And hey, maybe his tax returns say something else. We’ll never know. My suspicion is that they would reveal that he has a lot fewer assets than he’s claimed, and none that he developed. He’s not embarrassed about not paying taxes, that’s a silly charge. Of course he didn’t pay taxes. His alleged audit is irrelevant, even if true, since the returns were already filed and say whatever they say, he can’t change them now so releasing them can’t impact the audit. It seems far more likely to me that his fear is that revealing the returns would TRIGGER an audit. (If there is one thing all Americans can agree on, it’s that Donald Trump cheats on his taxes. It’s just that his supporters believe that’s a selling point.) Heck, he probably claimed the Earned Income Tax Credit on his negative income. I would bet $1,000 that he claimed the EITC. I think they would also show that he owes a lot of money to the only kinds of organizations who would still make him loans after all of his real estate fiascos — those who either charge above market rates — which would embarrass him because that looks like a bad deal — or who earn their returns in other ways, through influence, though he probably doesn’t report that income. Since his son revealed publicly not long ago that much of their recent financing has come from Russia, and most exported Russian wealth is subject to Putin’s whims, that could explain Trump’s obfuscation and denial of Russian atrocities in Syria and Ukraine and his frequently professed admiration for Putin. Not hard to guess who pulls those strings.

Here’s what I meant to say before I went on this speculative tirade: If Trump hired so many thousands of contractors whom he didn’t pay because, somehow, they all did such bad jobs for him, again, and again, and again, bad architects, bad drapers, bad plumbers, doesn’t that just say he must be terrible at hiring people? Fool me twice… you can’t fool me… but fool me thousands of times? After all, there must be SOME capable American workers out there (though I doubt very many of his workers were American.) This scarey-clown who says he is going to surround himself with all the best and smartest people in the world can’t hire a good plumber in a thousand tries, despite being one of history’s great titans of stone and steal? I mean steel? How did he ever succeed in business? Oh, that’s right. He didn’t. Good thing about Papa Fred buying all those casino chips and the $14 million mini-loan. That’s what she should have said.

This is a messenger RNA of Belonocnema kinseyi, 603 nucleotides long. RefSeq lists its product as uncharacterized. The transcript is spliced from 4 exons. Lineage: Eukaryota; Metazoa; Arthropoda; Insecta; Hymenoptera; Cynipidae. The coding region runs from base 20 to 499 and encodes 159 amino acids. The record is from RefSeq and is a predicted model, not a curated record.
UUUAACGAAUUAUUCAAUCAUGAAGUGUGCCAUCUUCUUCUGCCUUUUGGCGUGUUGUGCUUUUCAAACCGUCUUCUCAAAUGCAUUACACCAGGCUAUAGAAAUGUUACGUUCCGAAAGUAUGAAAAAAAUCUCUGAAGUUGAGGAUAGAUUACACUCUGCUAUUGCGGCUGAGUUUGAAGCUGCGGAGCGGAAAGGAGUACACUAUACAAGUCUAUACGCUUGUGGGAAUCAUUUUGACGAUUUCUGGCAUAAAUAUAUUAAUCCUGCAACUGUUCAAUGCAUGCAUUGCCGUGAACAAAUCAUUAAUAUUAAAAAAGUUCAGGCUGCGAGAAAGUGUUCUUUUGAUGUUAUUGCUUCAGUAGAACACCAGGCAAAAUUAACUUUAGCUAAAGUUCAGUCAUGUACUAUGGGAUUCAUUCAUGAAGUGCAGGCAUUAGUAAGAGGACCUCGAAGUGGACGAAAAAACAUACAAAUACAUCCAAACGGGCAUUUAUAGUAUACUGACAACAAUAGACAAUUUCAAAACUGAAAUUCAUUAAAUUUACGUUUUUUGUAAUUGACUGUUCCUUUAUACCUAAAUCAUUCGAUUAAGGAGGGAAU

My grandfather was born in 1917 in Atlantic City to German-Jewish immigrants and orphaned at age eight. He worked nearly every day of his life from then until he passed away at 95. He sold his first company in his 60s but couldn’t stay retired and went back to work for another 30 years. His job for the U.S. Army during World War II — assigned to a high school graduate because he shared a last name with a famous (but unrelated) Austrian psychiatrist — was to interview and assess convicted felons to determine whether they were psychologically fit for early release from prison to carry a weapon with our troops overseas. He always said that job, judging the character of dangerous men with a strong incentive to deceive him, or as he put it, being a “human bullshit detector,” was the training that made him a great success in business. So when my grandfather would occasionally remark to me that Donald Trump was the worst person he had ever known, I remembered it.